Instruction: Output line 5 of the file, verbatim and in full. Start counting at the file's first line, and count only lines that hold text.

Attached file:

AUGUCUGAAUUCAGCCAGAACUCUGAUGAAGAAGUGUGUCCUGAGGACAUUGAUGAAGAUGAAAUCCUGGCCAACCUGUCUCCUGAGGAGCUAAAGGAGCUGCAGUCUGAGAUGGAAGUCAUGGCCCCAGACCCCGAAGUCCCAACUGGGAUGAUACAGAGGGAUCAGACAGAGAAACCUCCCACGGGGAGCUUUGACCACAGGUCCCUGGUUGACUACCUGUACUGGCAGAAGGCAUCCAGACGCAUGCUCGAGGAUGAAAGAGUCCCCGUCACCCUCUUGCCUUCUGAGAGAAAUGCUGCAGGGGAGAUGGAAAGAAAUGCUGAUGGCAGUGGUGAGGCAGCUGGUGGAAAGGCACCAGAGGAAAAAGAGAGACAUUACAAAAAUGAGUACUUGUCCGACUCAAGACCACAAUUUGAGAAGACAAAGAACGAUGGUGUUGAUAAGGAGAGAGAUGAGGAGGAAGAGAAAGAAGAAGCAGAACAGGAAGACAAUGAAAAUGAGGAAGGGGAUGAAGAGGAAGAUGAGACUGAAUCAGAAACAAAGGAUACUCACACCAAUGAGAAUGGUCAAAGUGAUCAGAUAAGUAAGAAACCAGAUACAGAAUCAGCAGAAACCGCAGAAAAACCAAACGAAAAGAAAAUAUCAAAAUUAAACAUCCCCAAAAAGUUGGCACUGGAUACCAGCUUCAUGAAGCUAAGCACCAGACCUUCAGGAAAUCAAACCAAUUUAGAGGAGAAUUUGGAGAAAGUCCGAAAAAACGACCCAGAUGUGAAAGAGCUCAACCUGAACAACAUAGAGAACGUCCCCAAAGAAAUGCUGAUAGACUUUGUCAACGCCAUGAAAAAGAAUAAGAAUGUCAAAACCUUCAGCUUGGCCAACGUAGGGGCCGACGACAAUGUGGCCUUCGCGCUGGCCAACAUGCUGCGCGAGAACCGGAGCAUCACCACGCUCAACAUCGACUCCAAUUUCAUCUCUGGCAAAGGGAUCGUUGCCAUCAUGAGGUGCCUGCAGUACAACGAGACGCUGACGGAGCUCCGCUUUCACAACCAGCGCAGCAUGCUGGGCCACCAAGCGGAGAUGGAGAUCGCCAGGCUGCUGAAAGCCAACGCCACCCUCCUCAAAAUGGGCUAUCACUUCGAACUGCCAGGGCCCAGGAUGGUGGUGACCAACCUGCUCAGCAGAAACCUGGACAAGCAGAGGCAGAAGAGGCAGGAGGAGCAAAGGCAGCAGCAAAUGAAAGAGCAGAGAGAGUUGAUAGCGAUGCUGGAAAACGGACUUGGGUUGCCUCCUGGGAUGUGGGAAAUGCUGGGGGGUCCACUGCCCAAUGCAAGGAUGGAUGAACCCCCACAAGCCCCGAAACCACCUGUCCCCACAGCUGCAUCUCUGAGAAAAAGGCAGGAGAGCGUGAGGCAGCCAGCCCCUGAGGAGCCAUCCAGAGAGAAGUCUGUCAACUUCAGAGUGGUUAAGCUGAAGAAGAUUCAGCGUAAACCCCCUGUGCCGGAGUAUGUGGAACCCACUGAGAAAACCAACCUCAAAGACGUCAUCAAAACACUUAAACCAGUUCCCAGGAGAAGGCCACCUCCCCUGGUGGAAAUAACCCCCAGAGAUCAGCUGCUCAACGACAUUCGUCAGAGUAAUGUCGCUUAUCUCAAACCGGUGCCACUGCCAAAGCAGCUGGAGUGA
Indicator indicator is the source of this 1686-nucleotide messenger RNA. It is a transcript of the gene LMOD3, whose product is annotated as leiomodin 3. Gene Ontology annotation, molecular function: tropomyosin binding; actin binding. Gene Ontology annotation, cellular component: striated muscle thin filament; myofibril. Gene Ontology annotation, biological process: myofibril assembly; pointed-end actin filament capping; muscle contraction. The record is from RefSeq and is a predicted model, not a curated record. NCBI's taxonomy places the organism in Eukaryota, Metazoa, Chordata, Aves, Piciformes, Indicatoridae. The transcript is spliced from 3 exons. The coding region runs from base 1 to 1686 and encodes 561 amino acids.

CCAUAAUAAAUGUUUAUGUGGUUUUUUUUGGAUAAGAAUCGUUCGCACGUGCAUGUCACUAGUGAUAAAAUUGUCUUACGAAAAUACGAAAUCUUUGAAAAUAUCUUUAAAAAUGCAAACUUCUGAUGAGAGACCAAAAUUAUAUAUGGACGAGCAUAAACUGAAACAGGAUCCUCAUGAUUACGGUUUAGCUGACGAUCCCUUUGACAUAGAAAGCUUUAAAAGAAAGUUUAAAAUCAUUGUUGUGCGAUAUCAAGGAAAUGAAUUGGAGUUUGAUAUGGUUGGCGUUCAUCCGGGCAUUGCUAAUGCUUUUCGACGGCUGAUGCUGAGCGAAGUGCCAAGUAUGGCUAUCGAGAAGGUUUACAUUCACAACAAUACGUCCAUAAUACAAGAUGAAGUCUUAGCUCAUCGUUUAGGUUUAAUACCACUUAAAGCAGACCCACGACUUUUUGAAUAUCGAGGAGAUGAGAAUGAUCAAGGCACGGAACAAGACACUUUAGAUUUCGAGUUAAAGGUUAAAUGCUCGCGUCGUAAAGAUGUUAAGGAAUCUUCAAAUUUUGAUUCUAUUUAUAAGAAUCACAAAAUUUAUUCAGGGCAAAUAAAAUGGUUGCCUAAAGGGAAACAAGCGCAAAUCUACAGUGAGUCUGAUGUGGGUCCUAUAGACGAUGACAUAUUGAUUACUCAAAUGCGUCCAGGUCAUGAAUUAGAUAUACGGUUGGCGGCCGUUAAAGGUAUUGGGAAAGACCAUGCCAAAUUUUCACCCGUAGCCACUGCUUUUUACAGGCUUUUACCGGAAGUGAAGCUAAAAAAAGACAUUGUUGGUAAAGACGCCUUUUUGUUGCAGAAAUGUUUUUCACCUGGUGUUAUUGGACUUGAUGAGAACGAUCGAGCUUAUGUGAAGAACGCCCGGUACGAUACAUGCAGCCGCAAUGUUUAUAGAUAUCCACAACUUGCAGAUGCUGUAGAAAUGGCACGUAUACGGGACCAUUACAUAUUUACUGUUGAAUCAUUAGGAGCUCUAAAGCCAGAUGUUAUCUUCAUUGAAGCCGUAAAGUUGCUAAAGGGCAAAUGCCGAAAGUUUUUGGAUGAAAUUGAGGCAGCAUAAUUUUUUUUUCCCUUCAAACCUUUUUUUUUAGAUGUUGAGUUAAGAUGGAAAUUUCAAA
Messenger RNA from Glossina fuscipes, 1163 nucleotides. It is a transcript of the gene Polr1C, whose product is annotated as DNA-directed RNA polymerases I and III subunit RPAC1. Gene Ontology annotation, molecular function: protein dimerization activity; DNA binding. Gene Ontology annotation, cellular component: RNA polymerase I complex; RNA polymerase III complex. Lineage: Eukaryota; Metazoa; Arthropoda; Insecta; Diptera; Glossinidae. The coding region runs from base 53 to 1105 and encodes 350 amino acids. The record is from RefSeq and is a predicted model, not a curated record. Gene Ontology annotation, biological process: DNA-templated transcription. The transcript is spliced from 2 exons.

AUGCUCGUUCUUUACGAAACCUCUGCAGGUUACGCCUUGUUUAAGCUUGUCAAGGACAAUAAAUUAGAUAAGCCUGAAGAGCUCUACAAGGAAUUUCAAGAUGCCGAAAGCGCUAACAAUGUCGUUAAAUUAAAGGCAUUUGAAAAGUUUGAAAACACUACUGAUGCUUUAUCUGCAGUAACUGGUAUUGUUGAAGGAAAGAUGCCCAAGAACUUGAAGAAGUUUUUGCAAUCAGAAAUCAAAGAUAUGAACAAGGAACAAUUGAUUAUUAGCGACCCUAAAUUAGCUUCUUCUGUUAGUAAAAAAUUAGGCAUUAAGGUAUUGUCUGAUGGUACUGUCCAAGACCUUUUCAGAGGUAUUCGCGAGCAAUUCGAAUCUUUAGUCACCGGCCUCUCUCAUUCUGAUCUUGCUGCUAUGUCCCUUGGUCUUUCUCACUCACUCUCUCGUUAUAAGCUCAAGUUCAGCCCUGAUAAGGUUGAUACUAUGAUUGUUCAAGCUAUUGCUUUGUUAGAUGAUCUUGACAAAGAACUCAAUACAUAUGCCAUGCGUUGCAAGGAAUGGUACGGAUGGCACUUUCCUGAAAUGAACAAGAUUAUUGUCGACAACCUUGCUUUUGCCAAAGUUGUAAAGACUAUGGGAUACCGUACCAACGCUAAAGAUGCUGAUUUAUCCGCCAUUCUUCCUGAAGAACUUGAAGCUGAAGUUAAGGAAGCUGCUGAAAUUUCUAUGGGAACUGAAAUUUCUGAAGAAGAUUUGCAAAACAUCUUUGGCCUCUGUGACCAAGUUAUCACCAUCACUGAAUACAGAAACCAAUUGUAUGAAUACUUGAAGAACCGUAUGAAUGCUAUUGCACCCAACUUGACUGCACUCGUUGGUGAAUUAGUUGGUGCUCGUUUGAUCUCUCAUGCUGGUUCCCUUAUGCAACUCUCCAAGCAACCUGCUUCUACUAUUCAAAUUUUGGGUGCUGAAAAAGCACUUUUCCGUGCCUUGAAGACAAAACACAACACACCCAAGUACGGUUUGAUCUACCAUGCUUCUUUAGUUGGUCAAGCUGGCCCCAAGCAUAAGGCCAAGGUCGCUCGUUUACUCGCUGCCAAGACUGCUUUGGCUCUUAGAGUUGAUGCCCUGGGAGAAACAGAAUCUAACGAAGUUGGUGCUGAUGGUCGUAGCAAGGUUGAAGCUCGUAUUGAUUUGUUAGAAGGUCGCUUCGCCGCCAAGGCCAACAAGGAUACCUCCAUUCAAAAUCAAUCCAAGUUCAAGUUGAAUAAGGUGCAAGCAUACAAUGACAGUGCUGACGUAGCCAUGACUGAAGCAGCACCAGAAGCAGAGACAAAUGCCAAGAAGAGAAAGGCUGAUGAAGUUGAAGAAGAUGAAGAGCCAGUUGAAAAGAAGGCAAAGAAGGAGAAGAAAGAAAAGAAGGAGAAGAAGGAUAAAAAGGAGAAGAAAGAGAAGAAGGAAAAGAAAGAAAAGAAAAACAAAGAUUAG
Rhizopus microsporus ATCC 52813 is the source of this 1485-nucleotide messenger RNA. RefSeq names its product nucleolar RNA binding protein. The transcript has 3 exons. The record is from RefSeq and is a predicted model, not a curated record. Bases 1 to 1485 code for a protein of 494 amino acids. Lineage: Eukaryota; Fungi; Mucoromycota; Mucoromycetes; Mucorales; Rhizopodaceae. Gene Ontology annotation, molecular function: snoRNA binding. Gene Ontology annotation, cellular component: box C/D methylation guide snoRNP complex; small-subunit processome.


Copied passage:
AUGCUCGUUCUUUACGAAACCUCUGCAGGUUACGCCUUGUUUAAGCUUGUCAAGGACAAUAAAUUAGAUAAGCCUGAAGAGCUCUACAAGGAAUUUCAAGAUGCCGAAAGCGCUAACAAUGUCGUUAAAUUAAAGGCAUUUGAAAAGUUUGAAAACACUACUGAUGCUUUAUCUGCAGUAACUGGUAUUGUUGAAGGAAAGAUGCCCAAGAACUUGAAGAAGUUUUUGCAAUCAGAAAUCAAAGAUAUGAACAAGGAACAAUUGAUUAUUAGCGACCCUAAAUUAGCUUCUUCUGUUAGUAAAAAAUUAGGCAUUAAGGUAUUGUCUGAUGGUACUGUCCAAGACCUUUUCAGAGGUAUUCGCGAGCAAUUCGAAUCUUUAGUCACCGGCCUCUCUCAUUCUGAUCUUGCUGCUAUGUCCCUUGGUCUUUCUCACUCACUCUCUCGUUAUAAGCUCAAGUUCAGCCCUGAUAAGGUUGAUACUAUGAUUGUUCAAGCUAUUGCUUUGUUAGAUGAUCUUGACAAAGAACUCAAUACAUAUGCCAUGCGUUGCAAGGAAUGGUACGGAUGGCACUUUCCUGAAAUGAACAAGAUUAUUGUCGACAACCUUGCUUUUGCCAAAGUUGUAAAGACUAUGGGAUACCGUACCAACGCUAAAGAUGCUGAUUUAUCCGCCAUUCUUCCUGAAGAACUUGAAGCUGAAGUUAAGGAAGCUGCUGAAAUUUCUAUGGGAACUGAAAUUUCUGAAGAAGAUUUGCAAAACAUCUUUGGCCUCUGUGACCAAGUUAUCACCAUCACUGAAUACAGAAACCAAUUGUAUGAAUACUUGAAGAACCGUAUGAAUGCUAUUGCACCCAACUUGACUGCACUCGUUGGUGAAUUAGUUGGUGCUCGUUUGAUCUCUCAUGCUGGUUCCCUUAUGCAACUCUCCAAGCAACCUGCUUCUACUAUUCAAAUUUUGGGUGCUGAAAAAGCACUUUUCCGUGCCUUGAAGACAAAACACAACACACCCAAGUACGGUUUGAUCUACCAUGCUUCUUUAGUUGGUCAAGCUGGCCCCAAGCAUAAGGCCAAGGUCGCUCGUUUACUCGCUGCCAAGACUGCUUUGGCUCUUAGAGUUGAUGCCCUGGGAGAAACAGAAUCUAACGAAGUUGGUGCUGAUGGUCGUAGCAAGGUUGAAGCUCGUAUUGAUUUGUUAGAAGGUCGCUUCGCCGCCAAGGCCAACAAGGAUACCUCCAUUCAAAAUCAAUCCAAGUUCAAGUUGAAUAAGGUGCAAGCAUACAAUGACAGUGCUGACGUAGCCAUGACUGAAGCAGCACCAGAAGCAGAGACAAAUGCCAAGAAGAGAAAGGCUGAUGAAGUUGAAGAAGAUGAAGAGCCAGUUGAAAAGAAGGCAAAGAAGGAGAAGAAAGAAAAGAAGGAGAAGAAGGAUAAAAAGGAGAAGAAAGAGAAGAAGGAAAAGAAAGAAAAGAAAAACAAAGAUUAG